Young farmers: Are you prepared for financial success?
Mar 30, 2016
There are key steps young farmers can take to ensure the longevity of their operations
By: Jessica Lehman, Associate Vice President, Business Segments, Growing Forward
As a young farmer growing your farm operation, you may find yourself facing many challenges in today’s financial climate: current commodity prices, rising interest rates and uncertain growing conditions all can provide financial stress. Fortunately, there are a few key steps and business practices you can implement to ensure the longevity of your operation and its future success.
Understand and manage your margins
Margin is the income left over after you have accounted for all debt service, taxes and family living expenses. The higher the margin, the better. Margins affect nearly every business decision you make, and an adequate margin must be present prior to any major investments.
If you haven’t already, now is the time to sit down with your lender to review your financial statements. When assessing your current margins, focus on a couple areas. First, determine your current debt obligations, including current portion of term debt and interest on term debt. If your term debt levels are not in line with the size of your operation, it may be prudent to retire or restructure the notes in question.
Second, pay attention to your family expenditures. Any personal debt you take on, including mortgages and car loans, affects the bottom line of your business and should be carefully weighed as non-income-producing assets.
Finally, be mindful of the cash burn rate or cash build rate of your operation. This measure directly impacts your working capital position. In years of declining crop prices, knowing this is especially important as it can be the first indication of financial stress in the coming year.
Write a business plan every year
Commit to writing an annual business plan every year. Look at your net income versus your net expenses from the past year and consider the crop or livestock plans you have in mind. Using this assessment, make an informed estimate based on what you know and predict if your revenue will increase or decrease. Determine if you can afford to invest in your operation or if you need to make any cuts.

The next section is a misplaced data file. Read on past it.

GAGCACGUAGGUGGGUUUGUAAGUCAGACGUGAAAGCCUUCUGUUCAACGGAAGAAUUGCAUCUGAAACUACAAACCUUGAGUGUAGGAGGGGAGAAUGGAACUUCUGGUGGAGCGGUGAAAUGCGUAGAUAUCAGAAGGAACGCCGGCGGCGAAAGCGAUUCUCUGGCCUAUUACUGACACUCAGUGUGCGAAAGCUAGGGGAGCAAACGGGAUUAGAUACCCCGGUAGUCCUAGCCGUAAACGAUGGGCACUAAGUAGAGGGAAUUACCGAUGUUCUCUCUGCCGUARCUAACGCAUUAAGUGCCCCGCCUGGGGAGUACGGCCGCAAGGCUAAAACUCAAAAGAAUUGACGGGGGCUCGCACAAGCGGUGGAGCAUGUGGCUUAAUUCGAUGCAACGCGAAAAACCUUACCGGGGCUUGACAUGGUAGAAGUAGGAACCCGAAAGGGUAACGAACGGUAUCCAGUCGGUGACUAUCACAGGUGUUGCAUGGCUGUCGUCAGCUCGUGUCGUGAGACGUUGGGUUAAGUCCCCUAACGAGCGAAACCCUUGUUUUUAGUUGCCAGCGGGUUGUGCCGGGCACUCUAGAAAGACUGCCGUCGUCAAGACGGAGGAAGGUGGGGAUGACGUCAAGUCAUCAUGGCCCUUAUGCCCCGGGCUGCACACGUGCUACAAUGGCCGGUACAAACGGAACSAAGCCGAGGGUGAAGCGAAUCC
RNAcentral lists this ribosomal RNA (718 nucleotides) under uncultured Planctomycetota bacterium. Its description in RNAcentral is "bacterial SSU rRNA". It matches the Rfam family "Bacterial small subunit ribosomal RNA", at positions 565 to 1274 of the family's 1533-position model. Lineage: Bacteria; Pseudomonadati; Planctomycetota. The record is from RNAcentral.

Document and write down your plan for any investments or necessary expenditure reductions and regularly revisit it throughout the year to keep the business on track, or to make necessary adjustments as any unforeseen circumstances occur.
Understand the purpose of your operating loan
Operating loans are designed to align with the cash flow of your business. For a row crop operation, this means utilizing the loan when input costs arise, and paying down the note upon sale of the crops. With livestock, consider the life span of the animal and base your note upon the income and expenses of the livestock turn.
Utilize the operating note for its true purpose: financing inputs during a crop or livestock production cycle. Not aligning your operating note with your working capital can leave your operation turned upside down with credit you cannot fully resolve. If you find yourself in this situation, work with your lender to develop a solution for your business.
Financial success takes planning and consistent business practices. By taking proactive steps to understand your margins, create an annual written business plan and understand the best use of an operating line of credit, you can set your operation, your family and yourself up for a prosperous future.=
For additional commentary and perspective on trends affecting ag finance download the Farm Credit Mid-America Insights Report.